The second skill is that of shaping. You must find or create a region of Faerie that is as alike to where you wish to cast the spell as possible, and differs only in the manner you wish it to differ. If you wish to summon a dragon, you must first find or create the region in which you wish to summon the dragon within Faerie. You must then shape this region, placing a dragon within it. Other minds will fight you – their perception of the world will impinge upon yours, and they will deny your dragon. You must persuade or overrule them and their wishes. This will be easier if they believe in dragons, and it will be harder if you are trying to shape something they have no familiarity with, or cannot believe would be here. In the desert it is far easier to shape Behemoth than Leviathan.
The third skill is that of summoning. You have created or found a region of Faerie which has what you desire. Now you must bring it through. This is at once the most straightforward and the most dangerous of skills. The ease with which you can do this depends crucially on how well you have succeeded at the first two steps – the more closely your region of Faerie matches the world where you want to bring it forth, the easier you will find this process, but you may not know how well you have achieved this until you try to bring the two into alignment. It is certainly possible to overcome a poorly matched shaping through brute force, but it is extremely taxing on the body and has on occasion proven fatal in its own right. Further, a failed summoning may have highly unpredictable consequences – you may lose control of Faerie as you bring it into alignment, and may bring through something you did not expect or change the world in wild and dangerous ways.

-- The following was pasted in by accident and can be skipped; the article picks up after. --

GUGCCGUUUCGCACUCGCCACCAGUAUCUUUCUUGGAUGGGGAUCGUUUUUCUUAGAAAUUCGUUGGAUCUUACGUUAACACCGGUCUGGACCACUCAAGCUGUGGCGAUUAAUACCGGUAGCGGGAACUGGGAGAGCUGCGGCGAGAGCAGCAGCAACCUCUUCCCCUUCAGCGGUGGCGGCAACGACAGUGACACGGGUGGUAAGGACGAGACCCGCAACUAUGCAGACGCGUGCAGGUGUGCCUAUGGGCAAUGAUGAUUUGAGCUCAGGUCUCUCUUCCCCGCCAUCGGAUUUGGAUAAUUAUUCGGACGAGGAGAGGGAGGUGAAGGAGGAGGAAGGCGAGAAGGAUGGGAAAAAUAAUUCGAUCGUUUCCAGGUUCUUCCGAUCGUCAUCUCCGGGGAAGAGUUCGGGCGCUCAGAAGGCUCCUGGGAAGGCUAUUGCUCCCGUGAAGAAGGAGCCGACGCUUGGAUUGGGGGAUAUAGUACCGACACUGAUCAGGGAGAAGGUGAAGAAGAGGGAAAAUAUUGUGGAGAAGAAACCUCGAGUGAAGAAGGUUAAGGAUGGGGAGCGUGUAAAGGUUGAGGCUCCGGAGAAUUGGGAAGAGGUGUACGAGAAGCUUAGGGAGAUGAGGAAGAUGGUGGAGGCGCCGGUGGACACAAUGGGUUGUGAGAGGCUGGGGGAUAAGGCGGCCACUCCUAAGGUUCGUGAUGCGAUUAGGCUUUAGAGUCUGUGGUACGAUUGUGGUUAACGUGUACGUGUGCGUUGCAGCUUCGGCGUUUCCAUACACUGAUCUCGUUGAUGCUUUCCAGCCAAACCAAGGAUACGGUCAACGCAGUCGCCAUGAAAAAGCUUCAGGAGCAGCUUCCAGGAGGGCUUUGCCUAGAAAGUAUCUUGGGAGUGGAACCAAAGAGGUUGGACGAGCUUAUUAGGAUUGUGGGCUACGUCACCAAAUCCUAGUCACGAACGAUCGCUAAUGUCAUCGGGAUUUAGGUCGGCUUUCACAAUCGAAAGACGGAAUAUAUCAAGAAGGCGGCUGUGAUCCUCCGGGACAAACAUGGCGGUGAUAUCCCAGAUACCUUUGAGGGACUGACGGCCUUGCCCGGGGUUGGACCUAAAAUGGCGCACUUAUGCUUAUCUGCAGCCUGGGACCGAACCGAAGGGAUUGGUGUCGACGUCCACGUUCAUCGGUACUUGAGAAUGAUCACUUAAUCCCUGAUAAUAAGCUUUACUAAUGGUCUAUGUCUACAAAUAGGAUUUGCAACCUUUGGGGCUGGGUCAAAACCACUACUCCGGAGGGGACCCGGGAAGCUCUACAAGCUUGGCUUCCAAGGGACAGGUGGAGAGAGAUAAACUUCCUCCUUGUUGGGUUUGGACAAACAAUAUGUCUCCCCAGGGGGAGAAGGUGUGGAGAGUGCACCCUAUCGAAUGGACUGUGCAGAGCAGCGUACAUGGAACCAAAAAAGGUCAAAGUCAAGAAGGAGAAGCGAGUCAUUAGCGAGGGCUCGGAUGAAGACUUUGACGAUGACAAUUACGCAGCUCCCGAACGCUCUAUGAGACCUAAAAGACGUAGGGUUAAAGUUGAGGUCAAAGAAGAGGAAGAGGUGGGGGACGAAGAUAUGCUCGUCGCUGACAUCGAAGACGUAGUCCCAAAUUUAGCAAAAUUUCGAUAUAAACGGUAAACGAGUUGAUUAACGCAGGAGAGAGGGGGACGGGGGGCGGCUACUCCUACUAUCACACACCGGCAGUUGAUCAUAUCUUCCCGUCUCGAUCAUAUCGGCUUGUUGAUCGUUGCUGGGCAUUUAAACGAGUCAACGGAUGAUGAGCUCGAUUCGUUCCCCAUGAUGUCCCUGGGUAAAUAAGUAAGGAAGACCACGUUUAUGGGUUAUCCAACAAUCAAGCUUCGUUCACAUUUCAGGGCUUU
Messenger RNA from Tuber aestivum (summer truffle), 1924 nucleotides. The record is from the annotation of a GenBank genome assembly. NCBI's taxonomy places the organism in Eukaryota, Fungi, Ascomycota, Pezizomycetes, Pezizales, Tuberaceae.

Not all magecraft involves all three skills. The skill of perception is highly useful in its own right, and the skill of shaping is the sole root of the mind skills. Summoning is rarely used on its own except by untrained wild talents, as it is so dependent on the other two, but it is not unknown for desperate or mad mages to bring things through from Faerie without proper preparation. We would strongly caution you against this, but the mere threat of it is sufficient to make most people think twice about giving a well trained mage no route of escape.
On summoned creatures
Many summoned things operate on principles that simply do not work in the world, and require active maintenance from a conscious mind to keep them in alignment with Faerie. Levitation will not sustain itself without the mage’s constant intervention, nor will magical fire burn eternal.
Many summoned creatures however are conscious entities in their own right, and many of them have a sufficient grasp of summoning that they can maintain their own link with Faerie and enforce the rules themselves. Thus a summoned dragon is not dependent on the mage for their powers of flight or fire, and a summoned demon is entirely capable of causing mischief without the mage’s consent.
On the reading and shaping of minds
Minds are directly linked to Faerie. A mage well trained in shaping can see into Faerie and use this sight to perceive other peoples’ thoughts and feelings. Further, they can manipulate these thoughts as the connection goes both ways. This sort of magic requires a great deal of skill to perform deftly and without damage to the other’s mind, but many mages specialize in just this sort of manipulation as it allows them to focus primarily on shaping to the exclusion of other skills.